generating a compensation term for each of the servo frames of the selected track, comprising the steps of:
measuring the radial distance between each pair of successive servo frames; and
storing the average radial distances as the compensation terms, each average radial distance associated with a selected one of the servo frames of the selected track;
using the compensation terms and the position fields to generate correction signals; and
outputting the correction signals to a power amplifier to adjust the position of the head.
6. The method of claim 5, wherein the step of using the compensation terms and the position fields to generate correction signals comprises the steps of:
measuring the actual radial position of the head from the position field of a selected servo frame;
summing the actual radial position with a sum of the compensation terms for each of the servo frames encountered since the most recent index to generate a modified position error signal; and
using the modified position error signal to generate the correction signals.
7. The method of claim 5, wherein the compensation terms are stored in corresponding compensation fields, each compensation field comprising a unique memory location associated with each servo frame.
8. The method of claim 7, wherein each of the compensation fields is disposed on the disc and incorporated as a portion of each of the corresponding servo frames.
9. The method of claim 5, wherein the compensation terms are generated over a plurality of rotations of the disc.
10. In a disc drive of the type used to store user data on at least one rotating magnetic disc in the form of magnetic flux transitions, the disc drive having a positionably controllable actuator adjacent the disc and including a transducer for reading servo information stored on the disc in the form of a plurality of servo frames, the servo frames serving to define tracks on the disc and including a position field from which a position error signal is generated and used to control the position of the transducer through the application of current to a coil of the actuator, the coil immersed in a magnetic field of a voice coil motor, the position error signal indicative of the relative position of the head with respect to a selected track, the improvement comprising:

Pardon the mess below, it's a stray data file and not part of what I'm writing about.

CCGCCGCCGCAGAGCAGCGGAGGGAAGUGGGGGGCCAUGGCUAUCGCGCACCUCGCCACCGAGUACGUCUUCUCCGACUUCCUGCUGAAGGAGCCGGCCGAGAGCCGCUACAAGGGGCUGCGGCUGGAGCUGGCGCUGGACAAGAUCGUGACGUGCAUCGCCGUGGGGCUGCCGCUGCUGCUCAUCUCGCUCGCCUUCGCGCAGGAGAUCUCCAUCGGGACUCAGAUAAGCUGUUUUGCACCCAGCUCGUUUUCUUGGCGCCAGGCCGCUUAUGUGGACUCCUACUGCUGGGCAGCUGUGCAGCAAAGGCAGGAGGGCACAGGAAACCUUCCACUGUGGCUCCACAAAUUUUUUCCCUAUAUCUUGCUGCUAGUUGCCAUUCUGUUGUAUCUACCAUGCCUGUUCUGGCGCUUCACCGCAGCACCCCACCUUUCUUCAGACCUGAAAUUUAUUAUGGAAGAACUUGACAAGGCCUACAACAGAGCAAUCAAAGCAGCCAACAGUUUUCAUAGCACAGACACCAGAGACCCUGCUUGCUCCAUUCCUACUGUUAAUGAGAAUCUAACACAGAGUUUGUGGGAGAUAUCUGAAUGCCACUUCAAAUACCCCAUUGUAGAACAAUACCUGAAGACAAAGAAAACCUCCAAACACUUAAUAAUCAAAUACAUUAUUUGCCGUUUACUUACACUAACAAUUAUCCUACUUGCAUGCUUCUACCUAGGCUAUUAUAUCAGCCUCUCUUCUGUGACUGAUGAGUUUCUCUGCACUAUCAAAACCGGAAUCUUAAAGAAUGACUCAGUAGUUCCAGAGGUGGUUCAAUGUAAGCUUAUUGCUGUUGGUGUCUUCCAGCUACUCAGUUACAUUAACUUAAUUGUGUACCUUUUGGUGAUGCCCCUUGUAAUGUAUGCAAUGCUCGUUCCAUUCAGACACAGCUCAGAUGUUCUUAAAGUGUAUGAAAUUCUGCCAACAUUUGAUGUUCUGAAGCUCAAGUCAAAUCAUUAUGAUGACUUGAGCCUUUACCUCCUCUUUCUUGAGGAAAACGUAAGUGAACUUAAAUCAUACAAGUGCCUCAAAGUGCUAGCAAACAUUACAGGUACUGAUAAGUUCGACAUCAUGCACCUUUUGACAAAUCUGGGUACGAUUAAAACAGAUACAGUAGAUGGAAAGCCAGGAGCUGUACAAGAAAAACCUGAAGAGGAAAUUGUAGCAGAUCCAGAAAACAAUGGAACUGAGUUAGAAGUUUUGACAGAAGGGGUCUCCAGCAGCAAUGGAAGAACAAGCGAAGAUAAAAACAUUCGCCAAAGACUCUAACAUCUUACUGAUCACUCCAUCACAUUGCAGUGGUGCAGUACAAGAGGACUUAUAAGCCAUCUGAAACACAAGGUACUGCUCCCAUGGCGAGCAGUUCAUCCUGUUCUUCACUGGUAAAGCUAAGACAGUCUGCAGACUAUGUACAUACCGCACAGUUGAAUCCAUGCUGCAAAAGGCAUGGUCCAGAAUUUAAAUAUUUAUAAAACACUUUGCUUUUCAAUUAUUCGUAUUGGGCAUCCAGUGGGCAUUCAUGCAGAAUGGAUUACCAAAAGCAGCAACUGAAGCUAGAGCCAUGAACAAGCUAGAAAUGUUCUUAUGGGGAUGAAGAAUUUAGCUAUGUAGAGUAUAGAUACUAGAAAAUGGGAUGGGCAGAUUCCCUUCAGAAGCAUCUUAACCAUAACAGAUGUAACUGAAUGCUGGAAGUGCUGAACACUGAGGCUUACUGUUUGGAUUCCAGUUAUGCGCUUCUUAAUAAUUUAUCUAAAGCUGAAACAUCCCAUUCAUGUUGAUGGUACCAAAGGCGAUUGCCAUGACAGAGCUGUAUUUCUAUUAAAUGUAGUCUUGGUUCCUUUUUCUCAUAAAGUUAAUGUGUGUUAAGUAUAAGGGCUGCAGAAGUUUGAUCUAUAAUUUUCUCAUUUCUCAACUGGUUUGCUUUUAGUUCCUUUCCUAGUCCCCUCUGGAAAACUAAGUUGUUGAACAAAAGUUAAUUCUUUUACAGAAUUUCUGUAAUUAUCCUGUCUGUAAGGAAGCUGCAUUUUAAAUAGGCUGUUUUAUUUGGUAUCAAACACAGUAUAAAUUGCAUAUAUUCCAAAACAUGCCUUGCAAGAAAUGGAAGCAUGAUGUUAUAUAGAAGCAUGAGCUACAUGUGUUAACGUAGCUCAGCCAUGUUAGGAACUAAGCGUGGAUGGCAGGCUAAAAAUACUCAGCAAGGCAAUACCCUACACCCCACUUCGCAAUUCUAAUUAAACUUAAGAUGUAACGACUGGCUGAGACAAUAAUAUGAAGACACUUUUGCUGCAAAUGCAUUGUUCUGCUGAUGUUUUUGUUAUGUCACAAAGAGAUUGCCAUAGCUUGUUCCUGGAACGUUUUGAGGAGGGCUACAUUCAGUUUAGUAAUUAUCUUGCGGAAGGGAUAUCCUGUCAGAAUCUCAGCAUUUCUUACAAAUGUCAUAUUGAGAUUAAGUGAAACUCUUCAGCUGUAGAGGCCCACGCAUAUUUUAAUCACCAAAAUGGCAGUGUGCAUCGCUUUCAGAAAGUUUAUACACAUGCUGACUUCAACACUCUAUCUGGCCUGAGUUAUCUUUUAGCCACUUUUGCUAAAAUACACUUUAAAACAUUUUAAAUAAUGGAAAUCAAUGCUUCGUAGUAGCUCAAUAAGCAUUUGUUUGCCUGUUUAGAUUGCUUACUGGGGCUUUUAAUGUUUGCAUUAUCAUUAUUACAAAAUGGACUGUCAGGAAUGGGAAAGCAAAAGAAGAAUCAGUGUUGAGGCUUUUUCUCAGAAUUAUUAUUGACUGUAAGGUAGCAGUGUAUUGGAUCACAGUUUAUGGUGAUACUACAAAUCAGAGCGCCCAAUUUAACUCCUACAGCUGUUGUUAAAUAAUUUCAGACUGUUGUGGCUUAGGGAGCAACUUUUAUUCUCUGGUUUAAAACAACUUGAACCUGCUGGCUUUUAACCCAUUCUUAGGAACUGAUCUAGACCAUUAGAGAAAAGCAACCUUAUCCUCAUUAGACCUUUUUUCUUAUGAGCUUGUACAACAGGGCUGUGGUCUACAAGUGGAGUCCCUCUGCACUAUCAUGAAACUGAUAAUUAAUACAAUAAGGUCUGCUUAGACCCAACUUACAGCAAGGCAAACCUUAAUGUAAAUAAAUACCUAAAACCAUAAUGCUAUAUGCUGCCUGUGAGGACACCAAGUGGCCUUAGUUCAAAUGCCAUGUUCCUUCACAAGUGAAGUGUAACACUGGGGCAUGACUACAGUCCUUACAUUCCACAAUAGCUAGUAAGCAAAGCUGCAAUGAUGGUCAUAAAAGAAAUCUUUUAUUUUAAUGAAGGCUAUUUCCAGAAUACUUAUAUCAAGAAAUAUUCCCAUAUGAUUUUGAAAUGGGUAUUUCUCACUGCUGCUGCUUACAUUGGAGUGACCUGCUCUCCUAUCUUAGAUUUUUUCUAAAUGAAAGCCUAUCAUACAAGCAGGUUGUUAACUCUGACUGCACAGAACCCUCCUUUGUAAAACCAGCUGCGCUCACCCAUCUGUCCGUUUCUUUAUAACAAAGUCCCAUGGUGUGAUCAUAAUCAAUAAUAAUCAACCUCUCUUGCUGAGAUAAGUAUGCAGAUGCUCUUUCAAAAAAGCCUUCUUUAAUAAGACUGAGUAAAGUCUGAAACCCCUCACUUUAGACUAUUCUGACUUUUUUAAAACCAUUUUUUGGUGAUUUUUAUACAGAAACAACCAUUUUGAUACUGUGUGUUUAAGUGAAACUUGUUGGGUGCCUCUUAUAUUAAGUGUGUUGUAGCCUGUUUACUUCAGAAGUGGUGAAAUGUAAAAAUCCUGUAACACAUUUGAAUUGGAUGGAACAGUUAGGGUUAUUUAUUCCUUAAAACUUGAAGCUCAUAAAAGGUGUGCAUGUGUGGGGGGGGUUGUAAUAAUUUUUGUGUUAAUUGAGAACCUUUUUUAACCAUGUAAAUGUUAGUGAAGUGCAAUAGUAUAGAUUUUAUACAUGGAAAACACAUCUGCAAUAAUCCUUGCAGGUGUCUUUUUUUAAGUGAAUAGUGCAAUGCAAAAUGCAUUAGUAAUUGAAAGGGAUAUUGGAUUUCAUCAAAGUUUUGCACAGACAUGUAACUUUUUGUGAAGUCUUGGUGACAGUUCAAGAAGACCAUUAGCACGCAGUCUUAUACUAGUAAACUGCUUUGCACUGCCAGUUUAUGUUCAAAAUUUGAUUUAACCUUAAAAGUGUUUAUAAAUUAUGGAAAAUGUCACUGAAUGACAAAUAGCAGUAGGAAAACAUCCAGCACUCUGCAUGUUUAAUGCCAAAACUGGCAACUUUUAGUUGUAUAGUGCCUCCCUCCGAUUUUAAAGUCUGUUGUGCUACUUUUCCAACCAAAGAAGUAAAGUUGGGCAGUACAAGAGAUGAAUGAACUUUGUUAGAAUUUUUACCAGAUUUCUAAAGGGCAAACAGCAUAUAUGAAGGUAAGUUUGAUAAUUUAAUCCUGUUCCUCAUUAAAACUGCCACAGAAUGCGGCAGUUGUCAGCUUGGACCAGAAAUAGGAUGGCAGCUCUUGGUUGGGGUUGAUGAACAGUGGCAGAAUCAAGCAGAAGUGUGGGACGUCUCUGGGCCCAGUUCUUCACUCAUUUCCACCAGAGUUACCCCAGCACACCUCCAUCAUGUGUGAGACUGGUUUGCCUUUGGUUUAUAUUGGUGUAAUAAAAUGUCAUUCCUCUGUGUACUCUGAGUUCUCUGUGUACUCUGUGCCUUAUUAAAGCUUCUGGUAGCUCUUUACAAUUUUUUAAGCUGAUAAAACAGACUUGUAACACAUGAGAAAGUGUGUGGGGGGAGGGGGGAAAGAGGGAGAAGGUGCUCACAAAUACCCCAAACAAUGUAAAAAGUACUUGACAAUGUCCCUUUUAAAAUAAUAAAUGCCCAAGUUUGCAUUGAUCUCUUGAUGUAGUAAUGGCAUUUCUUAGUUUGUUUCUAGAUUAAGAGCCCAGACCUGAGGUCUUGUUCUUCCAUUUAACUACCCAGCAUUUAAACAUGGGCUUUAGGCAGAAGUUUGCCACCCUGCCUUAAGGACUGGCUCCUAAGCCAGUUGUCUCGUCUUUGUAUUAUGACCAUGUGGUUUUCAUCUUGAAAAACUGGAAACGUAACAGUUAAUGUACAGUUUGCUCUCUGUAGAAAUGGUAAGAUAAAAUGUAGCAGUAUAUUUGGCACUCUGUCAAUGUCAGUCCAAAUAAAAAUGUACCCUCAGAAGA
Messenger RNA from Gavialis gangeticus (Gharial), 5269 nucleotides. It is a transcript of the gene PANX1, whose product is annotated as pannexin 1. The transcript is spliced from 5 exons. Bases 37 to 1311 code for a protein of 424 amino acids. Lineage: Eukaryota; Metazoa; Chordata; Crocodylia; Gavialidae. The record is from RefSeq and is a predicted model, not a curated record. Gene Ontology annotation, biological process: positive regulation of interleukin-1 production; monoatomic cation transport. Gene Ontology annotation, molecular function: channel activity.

a plurality of compensation fields, each compensation field comprising a unique memory location corresponding to each of the servo frames, the compensation fields storing compensation terms, each compensation term indicative of radial error in the location of the position field with respect to the disc; and
position means, responsive to the compensation terms, for positioning the head with respect to the selected track by:
generating a position error signal from the position fields of the servo frames associated with the selected track;
generating a modified position error signal by summing the position error signal with a sum of the compensation terms for the servo frames associated with the selected track; and
generating a correction signal from the modified position error signal, the correction signal controlling the amount of current applied to the coil of the actuator in order to position the head with respect to the selected track.
11. The improvement of claim 10, wherein the position means generates the correction signal from the modified position error signal by summing the modified position error signal with the correction term associated with a selected servo frame, the selected servo frame comprising the servo frame most proximate to the head.
12. The improvement of claim 10, further comprising compensation term generation means for generating the compensation terms, the compensation term generation means generating each compensation terms by measuring the radial error in the location of the associated position field, averaging the radial error over a plurality of rotations of the disc, and storing the average as the compensation term.